Another, newer, national rating service, also accessible on the Internet, is Avvo. It can be accessed at www.Avvo.com. On Avvo.com look for “lawyers”, then find the state, county and city most convenient for you and finally look for the lawyers in Estate Planning. “Superb” is the highest rating. They also post any discipline imposed on any lawyer by the applicable state bar association. In California this would be the “State Bar of California”.

Last but not least, there is a supplement to San Francisco Magazine published in the Spring of each year entitled “Super Lawyers”. This lists the top five percent of attorneys in their fields of practice by county. The ratings are based upon peer evaluations by other lawyers as well as research by the Super Lawyers staff. You can access it on the Internet at www.SuperLawyers.com. “Super Lawyers” is also published in most other states in different periodicals. The names of those publications will be on their website.

Some may ask: “Do I really need a lawyer?” The answer is “Yes”. Estate planning is too complex and involves very sophisticated legal and financial planning. The “plan” then has to be put in legal documents that will be acceptable to a court if there is an objection (sometimes called a “contest”) or questions by heirs. Even being a lawyer, but not an estate planning lawyer, I would not have attempted it myself.

Before you go to your chosen lawyer discuss with your spouse what your wishes are as to the disposition of your Estate. What assets do you have? What are they worth? What disposition do you wish to make with regard to those assets, when and to whom? Take all of this information in written form with you go to the lawyer of your choice.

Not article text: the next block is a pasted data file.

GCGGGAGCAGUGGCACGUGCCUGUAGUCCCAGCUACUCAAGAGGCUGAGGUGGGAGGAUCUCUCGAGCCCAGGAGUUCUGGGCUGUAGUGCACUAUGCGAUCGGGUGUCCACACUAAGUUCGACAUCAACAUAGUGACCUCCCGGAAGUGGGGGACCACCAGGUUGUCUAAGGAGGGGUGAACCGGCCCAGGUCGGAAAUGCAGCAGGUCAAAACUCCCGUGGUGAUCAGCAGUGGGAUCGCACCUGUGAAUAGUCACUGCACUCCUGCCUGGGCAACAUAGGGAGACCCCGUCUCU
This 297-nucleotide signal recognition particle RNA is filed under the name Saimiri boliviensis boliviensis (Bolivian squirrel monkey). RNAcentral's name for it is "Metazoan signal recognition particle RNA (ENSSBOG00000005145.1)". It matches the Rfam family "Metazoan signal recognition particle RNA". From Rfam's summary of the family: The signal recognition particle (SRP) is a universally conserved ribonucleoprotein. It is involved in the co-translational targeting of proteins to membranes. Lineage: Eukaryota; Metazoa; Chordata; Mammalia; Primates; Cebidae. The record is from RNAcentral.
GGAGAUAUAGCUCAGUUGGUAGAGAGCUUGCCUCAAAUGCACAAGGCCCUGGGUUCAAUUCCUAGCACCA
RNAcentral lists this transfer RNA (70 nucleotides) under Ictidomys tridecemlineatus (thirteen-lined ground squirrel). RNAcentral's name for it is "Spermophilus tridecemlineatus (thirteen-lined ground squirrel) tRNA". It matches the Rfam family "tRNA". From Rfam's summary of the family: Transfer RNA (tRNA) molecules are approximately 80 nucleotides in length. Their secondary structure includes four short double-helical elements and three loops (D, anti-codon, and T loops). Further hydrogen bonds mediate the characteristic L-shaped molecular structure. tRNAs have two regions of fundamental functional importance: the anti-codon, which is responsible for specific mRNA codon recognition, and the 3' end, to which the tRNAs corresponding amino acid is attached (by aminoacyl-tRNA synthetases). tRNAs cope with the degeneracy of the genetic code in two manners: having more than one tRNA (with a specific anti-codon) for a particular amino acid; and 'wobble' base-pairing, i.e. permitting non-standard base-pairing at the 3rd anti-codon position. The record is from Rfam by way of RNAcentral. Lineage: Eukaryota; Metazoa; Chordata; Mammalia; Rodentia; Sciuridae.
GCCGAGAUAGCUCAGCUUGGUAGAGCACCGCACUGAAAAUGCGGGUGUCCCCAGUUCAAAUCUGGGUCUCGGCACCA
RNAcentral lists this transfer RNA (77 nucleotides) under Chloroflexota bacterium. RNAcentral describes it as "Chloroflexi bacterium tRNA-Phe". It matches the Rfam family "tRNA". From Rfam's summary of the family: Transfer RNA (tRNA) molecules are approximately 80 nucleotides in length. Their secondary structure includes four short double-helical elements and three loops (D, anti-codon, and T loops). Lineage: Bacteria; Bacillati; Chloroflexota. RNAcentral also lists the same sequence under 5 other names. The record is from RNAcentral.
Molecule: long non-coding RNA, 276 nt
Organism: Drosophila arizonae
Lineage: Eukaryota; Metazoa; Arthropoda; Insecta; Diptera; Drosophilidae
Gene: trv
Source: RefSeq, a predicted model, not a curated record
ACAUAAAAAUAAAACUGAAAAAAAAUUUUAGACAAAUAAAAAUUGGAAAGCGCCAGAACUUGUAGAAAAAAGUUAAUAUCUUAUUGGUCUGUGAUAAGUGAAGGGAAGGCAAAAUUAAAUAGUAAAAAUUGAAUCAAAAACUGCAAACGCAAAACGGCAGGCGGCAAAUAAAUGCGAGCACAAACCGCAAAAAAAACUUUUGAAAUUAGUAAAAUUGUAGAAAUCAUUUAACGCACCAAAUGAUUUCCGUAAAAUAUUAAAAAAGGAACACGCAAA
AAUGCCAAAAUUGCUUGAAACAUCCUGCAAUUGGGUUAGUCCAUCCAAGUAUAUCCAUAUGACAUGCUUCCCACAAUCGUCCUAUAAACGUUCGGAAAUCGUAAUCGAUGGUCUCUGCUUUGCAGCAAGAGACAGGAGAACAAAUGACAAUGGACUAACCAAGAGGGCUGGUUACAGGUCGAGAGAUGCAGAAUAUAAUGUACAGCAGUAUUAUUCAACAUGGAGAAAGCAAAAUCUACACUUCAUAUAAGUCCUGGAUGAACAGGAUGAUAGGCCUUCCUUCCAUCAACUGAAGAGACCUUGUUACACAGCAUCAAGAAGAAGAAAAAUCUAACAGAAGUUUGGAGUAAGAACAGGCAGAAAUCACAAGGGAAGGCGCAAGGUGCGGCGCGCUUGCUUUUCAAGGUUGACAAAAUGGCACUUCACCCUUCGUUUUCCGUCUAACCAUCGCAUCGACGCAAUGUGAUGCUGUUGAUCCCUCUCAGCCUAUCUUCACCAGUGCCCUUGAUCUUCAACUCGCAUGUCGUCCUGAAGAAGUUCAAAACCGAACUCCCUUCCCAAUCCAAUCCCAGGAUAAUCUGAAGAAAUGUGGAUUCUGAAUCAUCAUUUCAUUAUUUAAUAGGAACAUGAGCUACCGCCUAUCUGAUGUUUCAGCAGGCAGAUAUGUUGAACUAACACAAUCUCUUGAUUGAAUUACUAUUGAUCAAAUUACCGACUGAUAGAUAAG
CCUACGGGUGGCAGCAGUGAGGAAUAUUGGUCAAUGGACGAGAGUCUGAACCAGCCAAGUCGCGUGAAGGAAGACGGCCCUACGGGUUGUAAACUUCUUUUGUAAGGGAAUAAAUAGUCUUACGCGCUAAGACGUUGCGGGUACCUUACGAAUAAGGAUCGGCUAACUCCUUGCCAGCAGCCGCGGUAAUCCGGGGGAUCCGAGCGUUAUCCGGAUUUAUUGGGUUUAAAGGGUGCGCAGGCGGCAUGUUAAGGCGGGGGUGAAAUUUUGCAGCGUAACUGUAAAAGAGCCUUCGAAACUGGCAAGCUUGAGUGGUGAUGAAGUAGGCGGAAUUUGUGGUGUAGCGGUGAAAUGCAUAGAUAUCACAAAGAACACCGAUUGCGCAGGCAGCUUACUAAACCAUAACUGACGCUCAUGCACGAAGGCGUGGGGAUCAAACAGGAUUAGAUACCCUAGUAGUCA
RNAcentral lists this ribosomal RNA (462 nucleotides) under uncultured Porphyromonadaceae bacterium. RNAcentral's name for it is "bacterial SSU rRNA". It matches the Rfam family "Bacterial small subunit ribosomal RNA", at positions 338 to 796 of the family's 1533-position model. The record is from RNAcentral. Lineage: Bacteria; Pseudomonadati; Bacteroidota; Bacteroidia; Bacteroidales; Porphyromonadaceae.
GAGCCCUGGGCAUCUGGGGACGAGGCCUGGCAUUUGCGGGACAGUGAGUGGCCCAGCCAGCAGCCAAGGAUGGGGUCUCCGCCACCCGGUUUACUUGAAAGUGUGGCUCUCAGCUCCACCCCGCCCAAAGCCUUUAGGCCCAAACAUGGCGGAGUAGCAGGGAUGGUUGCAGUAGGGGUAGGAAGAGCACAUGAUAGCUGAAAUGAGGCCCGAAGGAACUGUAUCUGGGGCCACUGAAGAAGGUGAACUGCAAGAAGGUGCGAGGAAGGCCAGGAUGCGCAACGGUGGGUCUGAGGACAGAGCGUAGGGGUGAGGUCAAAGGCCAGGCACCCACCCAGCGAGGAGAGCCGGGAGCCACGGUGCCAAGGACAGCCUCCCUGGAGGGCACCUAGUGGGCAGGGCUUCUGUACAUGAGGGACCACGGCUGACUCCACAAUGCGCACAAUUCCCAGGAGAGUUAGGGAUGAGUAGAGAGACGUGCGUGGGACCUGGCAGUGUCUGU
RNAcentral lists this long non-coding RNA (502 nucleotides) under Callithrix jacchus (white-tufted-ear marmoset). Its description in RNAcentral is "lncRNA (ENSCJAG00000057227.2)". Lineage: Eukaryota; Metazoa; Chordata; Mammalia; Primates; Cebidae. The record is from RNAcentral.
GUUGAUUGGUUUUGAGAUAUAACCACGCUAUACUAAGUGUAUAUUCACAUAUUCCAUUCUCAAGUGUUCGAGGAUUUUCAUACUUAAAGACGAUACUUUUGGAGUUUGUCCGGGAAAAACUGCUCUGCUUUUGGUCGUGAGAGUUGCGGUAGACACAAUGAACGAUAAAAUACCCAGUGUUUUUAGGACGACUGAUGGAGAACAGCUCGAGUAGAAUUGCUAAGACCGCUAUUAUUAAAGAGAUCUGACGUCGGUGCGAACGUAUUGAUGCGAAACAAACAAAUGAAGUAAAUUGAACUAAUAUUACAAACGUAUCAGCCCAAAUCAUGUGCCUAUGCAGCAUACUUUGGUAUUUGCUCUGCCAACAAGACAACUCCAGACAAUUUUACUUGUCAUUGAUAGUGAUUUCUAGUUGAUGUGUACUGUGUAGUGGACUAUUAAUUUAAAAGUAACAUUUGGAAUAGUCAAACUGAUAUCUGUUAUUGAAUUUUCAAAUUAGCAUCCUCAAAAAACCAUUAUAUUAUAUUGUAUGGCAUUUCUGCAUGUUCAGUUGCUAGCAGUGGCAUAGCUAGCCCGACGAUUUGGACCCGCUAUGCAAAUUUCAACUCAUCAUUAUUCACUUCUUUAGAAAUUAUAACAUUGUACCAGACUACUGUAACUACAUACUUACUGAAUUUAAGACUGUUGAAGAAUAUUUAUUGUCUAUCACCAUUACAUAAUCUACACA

Remember, this is not an adversarial process. The lawyer is there to carry out your wishes in legal documents.

More important, and probably more difficult, is living life with Alzheimer’s. I have no magical answers. I can share (which I have below) the philosophy I am “working on” now to deal with the disease.

A Realization: Living in the “Now”

An Alzheimer’s diagnosis is devastating. At least it was for me.

When I was diagnosed, I became obsessed about what changes in my life it would inevitably cause knowing what informed people say about the current state of knowledge as to what the future outcome is going to be. I worried incessantly about my wife, my children and, of course, myself.

In retrospect, spending a lot of time worrying about myself was a mistake. It is important to plan for the future but do not let what is going to happen in the future ruin the life you can live now, before the disease progresses. I like of think of it as “living in the now”. Living in the now means to me that we are better off to look at what we have left and not obsess on what we have lost. One problem with dwelling on what is going to occur in the future is that we may turn around someday to find the future has run out on us.

As Henry James wrote in The Ambassadors in 1903:

“Live all you can; it’s a mistake not to. It doesn’t so much matter what you do in particular, so long as you have had your life. If you haven’t had that what have you had?”